Cannabis in Switzerland

The Swiss laws on cannabis possession have traditionally been relatively relaxed. In the early 1990s, Switzerland developed a four-pillar approach to drug policy with the first pillar being prevention, the second treatment, the third harm reduction, and the fourth law enforcement. Thus, prevention and treatment are prioritized over criminalization of users.

In Switzerland cannabis possession is illegal, though minor possession was decriminalized in 2012. Several cantons began to allow adults to cultivate and use cannabis in 2012, but this was struck down by federal courts. In 2016, four cities stated they were investigating the establishment of pilot cannabis clubs. There are around 500,000 cannabis users out of a population of 8 million. 

Cannabis that contains more than 1.0% THC is classified as an illegal drug in Switzerland. Thus, according to the Federal Law on Drugs: the production, culture, use, and possession of cannabis, are all prohibited and considered as criminal. These offenses are punishable by up to three years of imprisonment and/or a fine. Since 2017 legal cannabis, called CBD or medical cannabis, with less than 1.0% of THC is sold at nearly every tobacco store.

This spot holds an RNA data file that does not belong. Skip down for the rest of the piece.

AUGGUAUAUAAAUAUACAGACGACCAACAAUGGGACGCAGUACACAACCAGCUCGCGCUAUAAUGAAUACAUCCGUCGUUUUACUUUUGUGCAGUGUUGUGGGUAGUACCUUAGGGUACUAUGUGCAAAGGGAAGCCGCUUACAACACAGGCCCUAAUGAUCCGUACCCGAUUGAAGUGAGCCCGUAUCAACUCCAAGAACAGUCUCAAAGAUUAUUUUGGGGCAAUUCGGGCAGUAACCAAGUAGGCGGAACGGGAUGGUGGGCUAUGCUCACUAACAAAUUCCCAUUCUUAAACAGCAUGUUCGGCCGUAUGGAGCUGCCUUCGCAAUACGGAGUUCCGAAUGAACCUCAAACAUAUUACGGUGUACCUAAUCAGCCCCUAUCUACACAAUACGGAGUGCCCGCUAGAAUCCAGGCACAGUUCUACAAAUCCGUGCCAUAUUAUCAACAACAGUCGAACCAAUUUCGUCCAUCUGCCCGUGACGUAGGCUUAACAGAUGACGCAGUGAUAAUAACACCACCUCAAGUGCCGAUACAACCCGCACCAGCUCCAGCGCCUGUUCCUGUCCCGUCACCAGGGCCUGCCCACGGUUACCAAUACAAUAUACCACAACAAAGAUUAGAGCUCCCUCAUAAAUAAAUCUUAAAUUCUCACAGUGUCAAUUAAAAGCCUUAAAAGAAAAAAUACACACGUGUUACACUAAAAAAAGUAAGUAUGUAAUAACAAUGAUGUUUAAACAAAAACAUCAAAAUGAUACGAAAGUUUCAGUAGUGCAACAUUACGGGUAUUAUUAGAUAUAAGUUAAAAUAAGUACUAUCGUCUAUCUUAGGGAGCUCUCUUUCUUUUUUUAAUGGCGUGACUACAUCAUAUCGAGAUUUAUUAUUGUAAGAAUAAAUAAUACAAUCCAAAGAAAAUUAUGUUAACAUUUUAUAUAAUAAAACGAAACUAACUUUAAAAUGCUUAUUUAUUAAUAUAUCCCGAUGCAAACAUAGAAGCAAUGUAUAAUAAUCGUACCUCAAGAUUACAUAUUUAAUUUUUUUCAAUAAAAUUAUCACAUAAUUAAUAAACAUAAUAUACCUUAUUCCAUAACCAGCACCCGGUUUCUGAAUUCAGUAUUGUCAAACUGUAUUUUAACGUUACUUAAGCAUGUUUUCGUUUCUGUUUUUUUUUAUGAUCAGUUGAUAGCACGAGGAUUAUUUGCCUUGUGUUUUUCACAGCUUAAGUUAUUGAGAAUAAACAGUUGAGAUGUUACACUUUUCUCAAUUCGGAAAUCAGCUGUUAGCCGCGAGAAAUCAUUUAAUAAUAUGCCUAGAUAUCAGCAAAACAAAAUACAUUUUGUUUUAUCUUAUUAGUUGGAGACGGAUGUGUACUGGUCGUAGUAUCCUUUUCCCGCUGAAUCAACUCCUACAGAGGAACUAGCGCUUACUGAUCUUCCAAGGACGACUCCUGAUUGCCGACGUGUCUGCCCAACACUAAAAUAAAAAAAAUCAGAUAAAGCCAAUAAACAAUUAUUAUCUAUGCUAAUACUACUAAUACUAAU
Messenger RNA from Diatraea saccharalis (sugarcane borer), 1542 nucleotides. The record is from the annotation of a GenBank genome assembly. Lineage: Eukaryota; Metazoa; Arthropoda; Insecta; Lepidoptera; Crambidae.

An attempt to decriminalize possession and consumption of cannabis failed narrowly in Parliament in 2004. As a reaction, a popular initiative  to amend the constitution to legalize cannabis was introduced in 2004. Results from the national referendum in November 2008 showed 36.7% of those voting supported legalizing cannabis. 

Decriminalization

From 28 September 2012, the possession of less than 10 grams of cannabis is no longer a criminal offence, but is still punished by a 100 Swiss francs flat fine. Professional cannabis trade, as well as the possession of a quantity of cannabis that can affect the health of a large number of people (4 kg of hashish, according to the Federal Court), are punished by one to three years of imprisonment that can be augmented with a fine. 

On 5 October 2012, the Federal Court reversed the ‘Latin Concordat on hemp culture and trading’, that came into force on 1 January 2012, which allowed private citizens in the cantons of Geneva, Freiburg, Valais, Vaud, Neuchâtel, Basel-City and Ticino to grow up to 4 hemp plants (containing less than 1.0% of THC), for violating the federal law on drugs.

 

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